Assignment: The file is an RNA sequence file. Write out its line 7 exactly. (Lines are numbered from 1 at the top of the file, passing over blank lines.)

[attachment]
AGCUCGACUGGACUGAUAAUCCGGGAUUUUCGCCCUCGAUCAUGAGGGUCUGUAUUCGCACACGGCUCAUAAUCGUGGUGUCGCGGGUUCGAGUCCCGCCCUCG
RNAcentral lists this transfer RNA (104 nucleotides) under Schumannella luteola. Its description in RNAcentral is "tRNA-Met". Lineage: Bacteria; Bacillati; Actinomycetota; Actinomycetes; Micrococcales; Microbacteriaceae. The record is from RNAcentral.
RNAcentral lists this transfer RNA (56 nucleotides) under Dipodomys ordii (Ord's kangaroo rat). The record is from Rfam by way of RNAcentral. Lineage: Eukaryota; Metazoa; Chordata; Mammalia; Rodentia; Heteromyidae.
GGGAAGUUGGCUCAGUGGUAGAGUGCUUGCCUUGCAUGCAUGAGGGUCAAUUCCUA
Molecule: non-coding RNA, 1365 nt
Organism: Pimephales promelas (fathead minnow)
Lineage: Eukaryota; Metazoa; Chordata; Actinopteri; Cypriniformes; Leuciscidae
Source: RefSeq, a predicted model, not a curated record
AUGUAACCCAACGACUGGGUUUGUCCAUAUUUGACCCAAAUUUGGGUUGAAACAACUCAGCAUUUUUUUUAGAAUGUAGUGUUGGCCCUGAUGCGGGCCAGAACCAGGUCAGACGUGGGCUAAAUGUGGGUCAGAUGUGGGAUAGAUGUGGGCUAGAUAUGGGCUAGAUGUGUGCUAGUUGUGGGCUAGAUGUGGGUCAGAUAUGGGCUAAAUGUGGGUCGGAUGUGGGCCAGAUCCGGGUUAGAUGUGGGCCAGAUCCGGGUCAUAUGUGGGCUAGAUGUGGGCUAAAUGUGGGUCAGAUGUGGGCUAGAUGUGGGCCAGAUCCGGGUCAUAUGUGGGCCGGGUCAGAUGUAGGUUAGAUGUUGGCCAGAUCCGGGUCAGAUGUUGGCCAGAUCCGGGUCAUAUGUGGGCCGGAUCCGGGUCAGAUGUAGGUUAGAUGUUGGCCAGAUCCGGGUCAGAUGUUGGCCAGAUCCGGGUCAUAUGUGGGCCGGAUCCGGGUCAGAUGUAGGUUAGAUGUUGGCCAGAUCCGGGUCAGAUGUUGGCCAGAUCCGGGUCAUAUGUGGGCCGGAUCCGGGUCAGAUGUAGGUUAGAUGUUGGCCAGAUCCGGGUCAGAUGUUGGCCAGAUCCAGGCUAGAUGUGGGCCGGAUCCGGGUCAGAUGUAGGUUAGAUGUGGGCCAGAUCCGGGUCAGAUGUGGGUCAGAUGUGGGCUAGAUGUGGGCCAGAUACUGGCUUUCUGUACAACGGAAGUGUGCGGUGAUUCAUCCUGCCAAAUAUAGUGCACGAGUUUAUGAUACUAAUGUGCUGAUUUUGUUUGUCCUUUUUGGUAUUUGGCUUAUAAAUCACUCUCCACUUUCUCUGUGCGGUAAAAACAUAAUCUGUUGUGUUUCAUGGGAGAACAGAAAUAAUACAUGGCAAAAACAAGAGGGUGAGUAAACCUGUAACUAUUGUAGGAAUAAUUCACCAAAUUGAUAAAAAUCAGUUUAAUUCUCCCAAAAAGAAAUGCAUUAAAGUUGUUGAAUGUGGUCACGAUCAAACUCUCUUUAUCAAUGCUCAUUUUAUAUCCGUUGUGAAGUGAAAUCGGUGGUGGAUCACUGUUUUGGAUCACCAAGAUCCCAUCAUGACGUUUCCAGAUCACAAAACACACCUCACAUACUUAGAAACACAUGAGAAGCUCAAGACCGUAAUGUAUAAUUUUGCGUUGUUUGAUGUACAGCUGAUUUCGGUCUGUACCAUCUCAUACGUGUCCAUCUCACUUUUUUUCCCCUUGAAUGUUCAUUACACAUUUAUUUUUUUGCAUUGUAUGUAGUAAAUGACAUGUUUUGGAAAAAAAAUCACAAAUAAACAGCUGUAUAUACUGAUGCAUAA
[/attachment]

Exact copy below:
Lineage: Eukaryota; Metazoa; Chordata; Actinopteri; Cypriniformes; Leuciscidae